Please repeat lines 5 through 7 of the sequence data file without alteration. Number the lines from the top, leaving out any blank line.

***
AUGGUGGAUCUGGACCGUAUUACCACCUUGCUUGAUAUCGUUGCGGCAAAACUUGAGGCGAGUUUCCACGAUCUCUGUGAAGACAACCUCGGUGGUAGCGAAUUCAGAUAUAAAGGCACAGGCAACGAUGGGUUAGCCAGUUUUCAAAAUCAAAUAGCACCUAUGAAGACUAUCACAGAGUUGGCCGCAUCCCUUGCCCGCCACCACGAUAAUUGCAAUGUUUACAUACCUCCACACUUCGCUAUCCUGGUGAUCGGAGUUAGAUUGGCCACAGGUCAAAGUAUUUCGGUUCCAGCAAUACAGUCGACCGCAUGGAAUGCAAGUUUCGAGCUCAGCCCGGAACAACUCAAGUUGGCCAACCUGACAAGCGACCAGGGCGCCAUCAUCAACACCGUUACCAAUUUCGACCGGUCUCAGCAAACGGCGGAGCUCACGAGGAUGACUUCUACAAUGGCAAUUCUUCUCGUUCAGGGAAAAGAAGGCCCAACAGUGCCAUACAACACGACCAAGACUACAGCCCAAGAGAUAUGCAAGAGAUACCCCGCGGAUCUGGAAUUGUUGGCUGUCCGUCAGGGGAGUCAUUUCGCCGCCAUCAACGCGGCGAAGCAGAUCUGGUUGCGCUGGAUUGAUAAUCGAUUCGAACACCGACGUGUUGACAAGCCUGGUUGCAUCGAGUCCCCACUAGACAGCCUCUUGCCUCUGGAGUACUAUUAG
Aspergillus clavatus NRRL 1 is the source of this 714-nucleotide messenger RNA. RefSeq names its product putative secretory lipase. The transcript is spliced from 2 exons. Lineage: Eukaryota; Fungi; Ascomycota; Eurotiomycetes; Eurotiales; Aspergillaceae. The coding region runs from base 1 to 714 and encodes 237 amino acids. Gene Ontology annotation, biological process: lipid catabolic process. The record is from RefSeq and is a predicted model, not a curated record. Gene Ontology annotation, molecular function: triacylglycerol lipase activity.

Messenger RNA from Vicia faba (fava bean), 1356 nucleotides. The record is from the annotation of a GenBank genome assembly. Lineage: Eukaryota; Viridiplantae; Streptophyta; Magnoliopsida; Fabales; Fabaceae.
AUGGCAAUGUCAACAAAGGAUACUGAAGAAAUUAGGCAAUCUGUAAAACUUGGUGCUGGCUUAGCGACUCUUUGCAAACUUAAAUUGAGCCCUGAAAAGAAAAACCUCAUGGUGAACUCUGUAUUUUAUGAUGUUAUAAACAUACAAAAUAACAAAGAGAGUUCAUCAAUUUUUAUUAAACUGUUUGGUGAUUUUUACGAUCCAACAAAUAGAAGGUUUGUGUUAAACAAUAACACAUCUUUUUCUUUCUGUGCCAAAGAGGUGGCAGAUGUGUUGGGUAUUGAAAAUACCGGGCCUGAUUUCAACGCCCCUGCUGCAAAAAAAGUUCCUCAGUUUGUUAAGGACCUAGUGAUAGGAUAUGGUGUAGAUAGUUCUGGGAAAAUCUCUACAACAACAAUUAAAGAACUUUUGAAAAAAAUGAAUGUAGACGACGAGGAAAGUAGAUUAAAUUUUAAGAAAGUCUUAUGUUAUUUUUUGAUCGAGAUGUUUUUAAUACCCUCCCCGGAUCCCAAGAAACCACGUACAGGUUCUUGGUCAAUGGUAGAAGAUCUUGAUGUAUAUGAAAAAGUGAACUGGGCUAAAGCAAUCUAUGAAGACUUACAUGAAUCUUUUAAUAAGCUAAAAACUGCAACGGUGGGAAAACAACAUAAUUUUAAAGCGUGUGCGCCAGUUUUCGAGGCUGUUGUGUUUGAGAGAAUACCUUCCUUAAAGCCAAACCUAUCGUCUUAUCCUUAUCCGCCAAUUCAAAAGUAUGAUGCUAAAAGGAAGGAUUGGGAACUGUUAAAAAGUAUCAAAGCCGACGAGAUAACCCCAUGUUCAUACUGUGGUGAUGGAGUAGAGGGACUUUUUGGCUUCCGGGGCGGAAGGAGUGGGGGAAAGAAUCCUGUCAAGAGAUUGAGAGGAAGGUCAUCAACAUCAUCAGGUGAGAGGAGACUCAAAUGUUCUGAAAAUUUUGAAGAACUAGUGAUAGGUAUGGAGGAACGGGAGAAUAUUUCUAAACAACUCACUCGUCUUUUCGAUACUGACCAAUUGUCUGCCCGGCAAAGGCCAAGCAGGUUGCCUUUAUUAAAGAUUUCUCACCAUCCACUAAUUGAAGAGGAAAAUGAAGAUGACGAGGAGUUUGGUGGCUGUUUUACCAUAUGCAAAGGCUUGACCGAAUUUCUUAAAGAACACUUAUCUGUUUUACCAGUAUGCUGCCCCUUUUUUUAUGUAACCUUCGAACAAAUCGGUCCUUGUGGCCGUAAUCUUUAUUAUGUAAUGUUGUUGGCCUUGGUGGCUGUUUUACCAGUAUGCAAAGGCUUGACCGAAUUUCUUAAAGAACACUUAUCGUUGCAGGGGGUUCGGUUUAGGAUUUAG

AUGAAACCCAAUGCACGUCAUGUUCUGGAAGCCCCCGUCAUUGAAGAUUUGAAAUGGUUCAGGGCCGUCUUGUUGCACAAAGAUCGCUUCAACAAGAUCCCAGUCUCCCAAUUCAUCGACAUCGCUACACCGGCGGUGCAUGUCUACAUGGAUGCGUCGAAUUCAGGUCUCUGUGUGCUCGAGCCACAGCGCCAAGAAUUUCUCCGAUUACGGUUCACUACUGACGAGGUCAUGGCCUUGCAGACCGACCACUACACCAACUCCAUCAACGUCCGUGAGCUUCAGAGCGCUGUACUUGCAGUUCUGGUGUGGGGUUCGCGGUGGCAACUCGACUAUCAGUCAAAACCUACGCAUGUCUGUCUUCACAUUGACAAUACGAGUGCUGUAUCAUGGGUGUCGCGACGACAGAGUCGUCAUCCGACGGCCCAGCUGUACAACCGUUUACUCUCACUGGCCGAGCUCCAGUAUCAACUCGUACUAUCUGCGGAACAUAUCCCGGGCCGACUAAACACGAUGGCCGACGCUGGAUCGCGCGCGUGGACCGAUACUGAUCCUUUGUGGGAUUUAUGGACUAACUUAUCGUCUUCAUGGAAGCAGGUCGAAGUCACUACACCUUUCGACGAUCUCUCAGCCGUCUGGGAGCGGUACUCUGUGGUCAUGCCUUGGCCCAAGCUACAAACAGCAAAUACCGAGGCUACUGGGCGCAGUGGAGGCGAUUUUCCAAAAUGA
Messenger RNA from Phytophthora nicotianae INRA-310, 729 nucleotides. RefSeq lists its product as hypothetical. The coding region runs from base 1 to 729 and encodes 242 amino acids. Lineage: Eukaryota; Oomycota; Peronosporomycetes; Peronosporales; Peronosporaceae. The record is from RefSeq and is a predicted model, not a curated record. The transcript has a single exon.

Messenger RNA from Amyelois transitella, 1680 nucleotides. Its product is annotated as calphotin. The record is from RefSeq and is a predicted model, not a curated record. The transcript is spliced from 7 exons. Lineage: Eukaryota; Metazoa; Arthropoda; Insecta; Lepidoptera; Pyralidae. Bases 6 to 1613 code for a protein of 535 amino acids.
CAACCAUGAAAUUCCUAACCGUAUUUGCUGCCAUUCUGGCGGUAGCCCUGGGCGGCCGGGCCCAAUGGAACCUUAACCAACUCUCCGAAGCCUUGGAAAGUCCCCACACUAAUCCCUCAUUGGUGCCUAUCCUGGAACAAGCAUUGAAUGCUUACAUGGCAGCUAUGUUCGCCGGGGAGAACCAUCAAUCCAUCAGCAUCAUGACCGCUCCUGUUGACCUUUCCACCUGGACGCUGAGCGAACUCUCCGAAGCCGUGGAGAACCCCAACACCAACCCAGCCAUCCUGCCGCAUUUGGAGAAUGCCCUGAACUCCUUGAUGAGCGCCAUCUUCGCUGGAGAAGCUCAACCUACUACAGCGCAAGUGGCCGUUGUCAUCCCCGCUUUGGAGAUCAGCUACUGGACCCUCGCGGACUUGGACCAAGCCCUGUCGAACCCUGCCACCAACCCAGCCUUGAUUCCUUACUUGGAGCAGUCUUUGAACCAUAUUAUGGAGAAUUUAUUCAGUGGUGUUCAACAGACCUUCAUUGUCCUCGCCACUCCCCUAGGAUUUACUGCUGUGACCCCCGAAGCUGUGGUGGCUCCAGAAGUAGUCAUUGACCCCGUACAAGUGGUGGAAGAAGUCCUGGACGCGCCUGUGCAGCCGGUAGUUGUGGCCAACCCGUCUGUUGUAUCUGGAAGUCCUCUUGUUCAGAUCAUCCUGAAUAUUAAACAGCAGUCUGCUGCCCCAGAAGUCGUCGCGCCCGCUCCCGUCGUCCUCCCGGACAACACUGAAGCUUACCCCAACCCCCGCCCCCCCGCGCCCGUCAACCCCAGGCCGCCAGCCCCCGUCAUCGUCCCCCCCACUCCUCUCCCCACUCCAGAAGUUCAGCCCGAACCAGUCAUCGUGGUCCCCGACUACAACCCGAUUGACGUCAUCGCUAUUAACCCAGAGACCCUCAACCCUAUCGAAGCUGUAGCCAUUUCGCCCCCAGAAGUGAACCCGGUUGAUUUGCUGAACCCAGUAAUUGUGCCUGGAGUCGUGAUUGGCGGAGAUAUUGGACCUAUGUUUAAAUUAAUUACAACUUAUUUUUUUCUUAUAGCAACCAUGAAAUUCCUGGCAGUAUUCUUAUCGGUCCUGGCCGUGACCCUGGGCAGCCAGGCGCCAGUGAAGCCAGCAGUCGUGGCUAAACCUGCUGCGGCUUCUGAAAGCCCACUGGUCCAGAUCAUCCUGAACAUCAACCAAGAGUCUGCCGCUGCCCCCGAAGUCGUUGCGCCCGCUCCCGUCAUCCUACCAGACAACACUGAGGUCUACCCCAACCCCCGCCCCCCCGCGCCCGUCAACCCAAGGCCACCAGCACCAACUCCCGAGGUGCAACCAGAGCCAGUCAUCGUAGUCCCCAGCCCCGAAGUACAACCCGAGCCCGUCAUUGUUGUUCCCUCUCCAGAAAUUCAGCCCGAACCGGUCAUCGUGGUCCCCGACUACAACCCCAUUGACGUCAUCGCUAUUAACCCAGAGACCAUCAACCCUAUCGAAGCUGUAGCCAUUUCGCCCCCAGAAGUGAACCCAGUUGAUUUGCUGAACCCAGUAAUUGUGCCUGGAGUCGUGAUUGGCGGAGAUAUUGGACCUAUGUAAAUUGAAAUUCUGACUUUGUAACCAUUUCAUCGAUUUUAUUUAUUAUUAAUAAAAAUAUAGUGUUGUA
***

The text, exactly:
AUGAAACCCAAUGCACGUCAUGUUCUGGAAGCCCCCGUCAUUGAAGAUUUGAAAUGGUUCAGGGCCGUCUUGUUGCACAAAGAUCGCUUCAACAAGAUCCCAGUCUCCCAAUUCAUCGACAUCGCUACACCGGCGGUGCAUGUCUACAUGGAUGCGUCGAAUUCAGGUCUCUGUGUGCUCGAGCCACAGCGCCAAGAAUUUCUCCGAUUACGGUUCACUACUGACGAGGUCAUGGCCUUGCAGACCGACCACUACACCAACUCCAUCAACGUCCGUGAGCUUCAGAGCGCUGUACUUGCAGUUCUGGUGUGGGGUUCGCGGUGGCAACUCGACUAUCAGUCAAAACCUACGCAUGUCUGUCUUCACAUUGACAAUACGAGUGCUGUAUCAUGGGUGUCGCGACGACAGAGUCGUCAUCCGACGGCCCAGCUGUACAACCGUUUACUCUCACUGGCCGAGCUCCAGUAUCAACUCGUACUAUCUGCGGAACAUAUCCCGGGCCGACUAAACACGAUGGCCGACGCUGGAUCGCGCGCGUGGACCGAUACUGAUCCUUUGUGGGAUUUAUGGACUAACUUAUCGUCUUCAUGGAAGCAGGUCGAAGUCACUACACCUUUCGACGAUCUCUCAGCCGUCUGGGAGCGGUACUCUGUGGUCAUGCCUUGGCCCAAGCUACAAACAGCAAAUACCGAGGCUACUGGGCGCAGUGGAGGCGAUUUUCCAAAAUGA
Messenger RNA from Phytophthora nicotianae INRA-310, 729 nucleotides. RefSeq lists its product as hypothetical. The coding region runs from base 1 to 729 and encodes 242 amino acids. Lineage: Eukaryota; Oomycota; Peronosporomycetes; Peronosporales; Peronosporaceae. The record is from RefSeq and is a predicted model, not a curated record. The transcript has a single exon.

Messenger RNA from Amyelois transitella, 1680 nucleotides. Its product is annotated as calphotin. The record is from RefSeq and is a predicted model, not a curated record. The transcript is spliced from 7 exons. Lineage: Eukaryota; Metazoa; Arthropoda; Insecta; Lepidoptera; Pyralidae. Bases 6 to 1613 code for a protein of 535 amino acids.